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Sunrise Helicopters, Inc v. Alexair

May 29, 2012

SUNRISE HELICOPTERS, INC., PLAINTIFF,
v.
ALEXAIR, INC., DEFENDANT.



The opinion of the court was delivered by: Leslie E. Kobayashi United States District Judge

ORDER DENYING (1) ALEXAIR, INC.'S ORAL MOTION FOR JUDGMENT AS A MATTER OF LAW RE: AIRWORTHINESS OF ENGINE; (2) ALEXAIR, INC.'S ORAL MOTION FOR JUDGMENT AS A MATTER OF LAW RE: ATTORNEYS' FEES; (3) SUNRISE HELICOPTERS, INC.'S MOTION FOR JUDGMENT AS A MATTER OF LAW RE: NEGLIGENCE CLAIM; AND (4) SUNRISE HELICOPTERS, INC.'S MOTION FOR JUDGMENT AS A MATTER OF LAW RE: CONTRACTUAL WAIVER OF DAMAGES

Before the Court are four motions for judgment as a matter of law. Defendant/Counterclaim Plaintiff Alexair, Inc. ("Alexair"), by and through its counsel, Thomas Sylvester, Esq., presented its two motions orally on May 8, 2012 regarding (1) the airworthiness of the subject engine and (2) the reasonableness of attorneys' fees, and the Court took both motions under advisement. On May 9, 2012, Plaintiff/Counterclaim Defendant Sunrise Helicopters, Inc. ("Sunrise Helicopters"), by and through its counsel, Christopher Collings Esq. and Shannon Lau, Esq., submitted in writing its (1) Motion for Judgment as a Matter of Law Regarding Defendant/Counterclaimant Alexair, Inc.'s Negligence Claim [dkt. no. 105], and (2) Motion for Judgment as a Matter of Law Regarding Defendant/Counterclaimant Alexair, Inc.'s Contractual Waiver of Damages [dkt. no. 106], and the Court took those motions under advisement. On May 10, 2012, Sunrise Helicopters filed its Response to Defendant/Counterclaimant Alexair, Inc.'s Motion for Judgment as a Matter of Law Regarding Attorneys['] Fees in Third Party Case and in the Alternative Motion to Reopen [dkt. no. 104], and Alexair filed its Opposition to Plaintiff/Counterclaim Defendant Sunrise Helicopter Inc.'s Motion for Judgment as a Matter of Law Regarding Defendant/Counterclaimant Alexair, Inc.'s Negligence Claim [dkt. no. 107] and Opposition to Plaintiff Counterclaim Defendant Sunrise Helicopters, Inc.'s Motion for Judgment as a Matter of Law Regarding Defendant/Counterclaimant Alexair, Inc.'s Contractual Waiver of Damage [dkt. no. 108]. After careful consideration of the motions, supporting and opposing memoranda, and the arguments of counsel, the motions are HEREBY DENIED for the reasons set forth below.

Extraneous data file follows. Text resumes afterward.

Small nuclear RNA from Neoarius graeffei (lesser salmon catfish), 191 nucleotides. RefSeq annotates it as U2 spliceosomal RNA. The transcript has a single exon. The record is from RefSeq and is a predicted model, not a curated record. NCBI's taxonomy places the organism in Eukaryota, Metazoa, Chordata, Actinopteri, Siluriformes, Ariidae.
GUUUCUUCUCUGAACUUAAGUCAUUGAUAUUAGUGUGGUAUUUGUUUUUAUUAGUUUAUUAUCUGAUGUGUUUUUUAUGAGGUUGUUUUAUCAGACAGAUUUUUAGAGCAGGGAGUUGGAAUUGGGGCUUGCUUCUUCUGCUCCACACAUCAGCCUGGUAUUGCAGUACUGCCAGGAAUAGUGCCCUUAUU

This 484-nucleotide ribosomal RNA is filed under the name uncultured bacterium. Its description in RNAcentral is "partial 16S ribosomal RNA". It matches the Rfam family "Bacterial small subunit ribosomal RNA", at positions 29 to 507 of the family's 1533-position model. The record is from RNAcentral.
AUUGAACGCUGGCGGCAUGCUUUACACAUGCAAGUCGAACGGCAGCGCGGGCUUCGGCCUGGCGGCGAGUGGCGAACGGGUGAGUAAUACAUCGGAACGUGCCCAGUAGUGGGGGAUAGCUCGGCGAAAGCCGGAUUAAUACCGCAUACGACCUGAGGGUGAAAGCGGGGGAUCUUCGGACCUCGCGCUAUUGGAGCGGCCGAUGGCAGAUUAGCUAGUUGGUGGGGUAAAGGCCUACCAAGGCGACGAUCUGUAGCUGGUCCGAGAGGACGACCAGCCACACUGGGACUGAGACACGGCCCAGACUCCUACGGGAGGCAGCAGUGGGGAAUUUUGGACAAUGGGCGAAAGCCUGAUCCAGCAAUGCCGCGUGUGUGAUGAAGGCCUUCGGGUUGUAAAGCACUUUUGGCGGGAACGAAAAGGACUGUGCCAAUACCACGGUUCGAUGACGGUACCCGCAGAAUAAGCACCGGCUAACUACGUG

BACKGROUND

I. Alexair's Motion for Judgment as a Matter of Law re: Airworthiness of Engine

A. Alexair's Motion

At the conclusion of Sunrise Helicopters' case-in-chief, counsel for Alexair orally moved for judgment as a matter of law, arguing that Sunrise Helicopters had failed to prove that it had provided Alexair a serviceable engine. Alexair argues that there was no evidence that the engine was airworthy, and in fact the evidence indicated that the engine was not airworthy based on its failure after thirteen hours of use. Alexair requests that the Court find as a matter of law that Sunrise Helicopters breached the rental agreement in issue and is therefore not entitled to damages.

B. Sunrise Helicopters' Response

Sunrise Helicopters did not provide a written response